Two months ago, the Department for Business & Trade (DfB&T) in collaboration with the Equality Hub (EqHub) and Race Disparity Unit (RDU) published Ethnicity pay reporting: guidance for employers. This is “guidance for employers on how to measure, report on and address any ethnicity pay differences within their workforce” and fulfills Action 16 of the government’s Inclusive Britain action plan. I was asked to write the draft version of this guidance and I have to confess to being disappointed with the final version published. I will explain why I am disappointed and why I have decided to publish an edited version of my draft as well.
Rishi Sunak is the UK’s first Prime Minister from a non-white ethnic minority. Did this happen by accident or were the Tories working towards this day over the last 20 years?
A recent article in the Sydney Morning Herald by an Australian journalist Latika Burke argues it was the latter. This is well worth reading because it goes into some depth about what the Conservatives did to get to this position. When I combine this article with what I have said before about closing pay and representation gaps, I consider the Conservative party to be a valuable case study for any employer who wishes to close their gaps.
Is pay gap reporting about transparency or accountability? This was the main theme of the House of Lords debate on Ethnicity Pay Gap Reporting (EPGR) on 25th October 2021, unlike the Commons debate that preceded it in September. The 9 peers who spoke could be split between those who see EPGR as an exercise in employer transparency and those who see EPGR as an exercise in employer accountability and I consider this to be a fundamental question that has not yet been answered. In this article, I will discuss the implications of both answers to this question for any future EPGR legislation.
The UK Parliament debated Ethnicity Pay Gap Reporting (EPGR) on 20th September 2021 in Westminster Hall. Seven MPs spoke in the hour long debate and, as debates go, I thought it was actually quite good. There was cross party consensus on the merits of EPGR but I saw a divide between those who recognise EPGR is complex and requires trade offs and those who think the complexities of EPGR can be solved with government guidance.
The UK Parliament is about to debate whether or not ethnicity pay gap reporting (EPGR) by UK employers should be made mandatory. The debate will start at 4.30pm on Monday 20th September 2021 and is a result of an e-petition reaching the threshold to require a parliamentary debate. To assist MPs, journalists, campaigners and anyone else interested in this debate, I have written a briefing note which lists 9 key points that need to be addressed during the debate.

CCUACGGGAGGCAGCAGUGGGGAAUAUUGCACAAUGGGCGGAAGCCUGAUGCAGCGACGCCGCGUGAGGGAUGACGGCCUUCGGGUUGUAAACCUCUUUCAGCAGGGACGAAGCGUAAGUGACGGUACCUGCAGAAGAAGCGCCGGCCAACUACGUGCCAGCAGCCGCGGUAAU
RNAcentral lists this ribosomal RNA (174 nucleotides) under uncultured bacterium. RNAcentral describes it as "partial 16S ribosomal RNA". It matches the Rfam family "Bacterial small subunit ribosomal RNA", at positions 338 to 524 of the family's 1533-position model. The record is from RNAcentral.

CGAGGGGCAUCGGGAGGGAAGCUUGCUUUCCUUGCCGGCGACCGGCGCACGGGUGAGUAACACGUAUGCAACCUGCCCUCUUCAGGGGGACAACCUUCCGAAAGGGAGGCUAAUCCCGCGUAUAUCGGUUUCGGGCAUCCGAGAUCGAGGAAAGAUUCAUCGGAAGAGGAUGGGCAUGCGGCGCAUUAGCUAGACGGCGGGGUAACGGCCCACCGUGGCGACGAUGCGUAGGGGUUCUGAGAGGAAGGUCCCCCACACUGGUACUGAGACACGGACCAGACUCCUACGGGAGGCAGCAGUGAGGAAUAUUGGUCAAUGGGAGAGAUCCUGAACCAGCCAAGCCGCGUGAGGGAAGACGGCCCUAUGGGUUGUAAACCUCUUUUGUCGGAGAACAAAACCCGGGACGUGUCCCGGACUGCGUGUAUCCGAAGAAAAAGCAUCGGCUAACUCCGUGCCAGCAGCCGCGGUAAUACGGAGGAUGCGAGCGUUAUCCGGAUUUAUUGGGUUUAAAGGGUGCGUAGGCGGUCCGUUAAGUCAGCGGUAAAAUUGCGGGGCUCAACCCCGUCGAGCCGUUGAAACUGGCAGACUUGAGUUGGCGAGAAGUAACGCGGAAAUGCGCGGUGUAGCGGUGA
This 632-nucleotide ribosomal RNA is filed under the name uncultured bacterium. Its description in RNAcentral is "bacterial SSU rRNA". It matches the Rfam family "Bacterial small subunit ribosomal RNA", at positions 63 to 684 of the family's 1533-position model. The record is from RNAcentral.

When gender pay gap reporting was introduced by the government for the 2017 snapshot date for all employers with a headcount of 250 or more, it was made clear they would evaluate how the legislation had worked after 5 years. We are now in the 5th year of pay gap reporting and I would like to submit to the government 7 recommendations to improve the way employers’ data is reported and 5 recommendations to improve the data used in the calculations and to reduce various distortions.
It’s April 2029 and the government is trumpeting the fact that no employer in the UK has a gender pay gap or ethnicity pay gap. All employers say that their median woman’s hourly pay is the same as the median man’s hourly pay and their median white employee’s hourly pay is the same as their median non-white employee’s hourly pay. Would you be joining in the celebrations?
I call upon Parliament to abolish the Gender Pay Gap by requiring employers to report their Gender Swap Number instead. When presented alongside an employer’s Gender Pay Fingerprint, the Gender Swap Number tells everyone how much work the employer needs to do to eliminate their gender pay gap and allows for a fairer comparison between employers.
The UK government has promised to give their views and proposals for introducing Ethnicity Pay Gap (EPG) reporting by the end of 2020. A year ago, I pointed out statistical, data & ethical issues with EPG and listed 5 possible ways EPG could be introduced but I have not yet focused on what employers should be reporting. I have now concluded that Ethnicity Pay Fingerprints are vastly superior to Ethnicity Pay Gaps and my new recommendation is that all employers with 500 or more employees should be required to report their Ethnicity Pay Fingerprint (EPF) instead of their Ethnicity Pay Gap. If EPF is widely adopted and found to be beneficial then I would recommend that reporting of other protected characteristics such as gender & disability should be reported using Pay Fingerprints instead of Pay Gaps.
On 5th February 2020, Baroness Prosser laid a bill in the House of Lords which calls for the introduction of ethnicity pay gap reporting in addition to a number of other initiatives. Last year I explained why ethnicity pay gap reporting cannot follow the same process as gender pay gap reporting so now is the time to explore how ethnicity pay gap reporting could be carried out.